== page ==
Is Compromise Possible When Neighbor Is Completely in the Wrong?

Your neighbor is 100% in the wrong -- what is there to compromise over?!

The world is full of irrational people. Sometimes, you’ll get stuck living next to one of them. If you’re in the midst of a dispute with your neighbor, you might be advised to enter into a negotiation or mediation to resolve the conflict. Negotiation and mediation are, of course, all about compromise. But how can you possibly compromise, you might wonder, with someone as irrational, antagonistic, or just plain wrong as your neighbor?

Compromise can be difficult, even when both parties have merit to their arguments and are completely rational actors. Consider large companies with teams of smart attorneys engaged in protracted litigation. Even for those companies, where dollars and cents are what ultimately inform strategy, settlement is elusive.

It becomes immeasurably harder when emotions are involved. A sense of right and wrong can often form a wall preventing settlement. What do you do when your neighbor is  100%  certain that he or she is “right” and you feel you have nothing to compromise?

Disputes Over Objective Facts

First, consider whether you are arguing over something  objective, like whether or not a particular statute allows your neighbor to grow certain plants in the front yard, or the value of your property that your neighbor damaged during home construction, you might be able to reason with your neighbor by relying on third-party benchmarks.

A third-party benchmark is a source, not from either of you, that can objectively make a factual analysis. For example, if your neighbor says that local regulations allow growing a farm on the front lawn area, and you believe they say otherwise, you can go to a third-party source (perhaps a local attorney or municipal leader) for an advisory opinion.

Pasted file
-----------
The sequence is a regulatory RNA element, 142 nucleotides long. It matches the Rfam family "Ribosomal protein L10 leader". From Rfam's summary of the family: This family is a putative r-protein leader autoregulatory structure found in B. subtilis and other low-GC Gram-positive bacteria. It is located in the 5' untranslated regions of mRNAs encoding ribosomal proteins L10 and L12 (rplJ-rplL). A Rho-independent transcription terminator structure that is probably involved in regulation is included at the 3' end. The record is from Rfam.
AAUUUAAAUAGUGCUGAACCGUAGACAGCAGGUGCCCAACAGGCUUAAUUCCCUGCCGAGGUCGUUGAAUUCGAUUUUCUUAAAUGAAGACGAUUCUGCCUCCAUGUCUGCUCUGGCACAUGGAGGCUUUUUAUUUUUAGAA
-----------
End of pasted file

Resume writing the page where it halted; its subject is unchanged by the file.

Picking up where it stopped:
Or, if the neighbor’s contractors accidentally damaged your car while doing home remodeling work and your neighbor believes the repair costs are lower than you believe they are, you can agree to get the damage appraised.

The advantage of such third-party benchmarks is that they are purely factual; you are relying on objective sources that do not have an “axe to grind” against either of you. If you say the damage to your car was $5,000 a neighbor who doesn’t believe you is much more likely to believe a third-party neutral “expert” who doesn’t know either of you.

Disputes Over Subjective Perceptions

If your dispute with your neighbor is  subjective, your discussion will surely be more difficult. Your neighbor might argue that he or she should be able to play music in his or her apartment, even though you explain that the sound seeps into your apartment. Your neighbor might insist on putting up cheap-looking Christmas decorations that you believe lessen the value of the neighborhood. Or your neighbor might feed deer outdoors, which are then attracted to your property as well. In these situations, there might not be an  objective  right and wrong – a municipal code that governs your neighbor’s conduct, like what homeowners can grow on their property, or a “bluebook value” for a damaged car. These are situations governed by common courtesy – a courtesy that some people, unfortunately, may lack.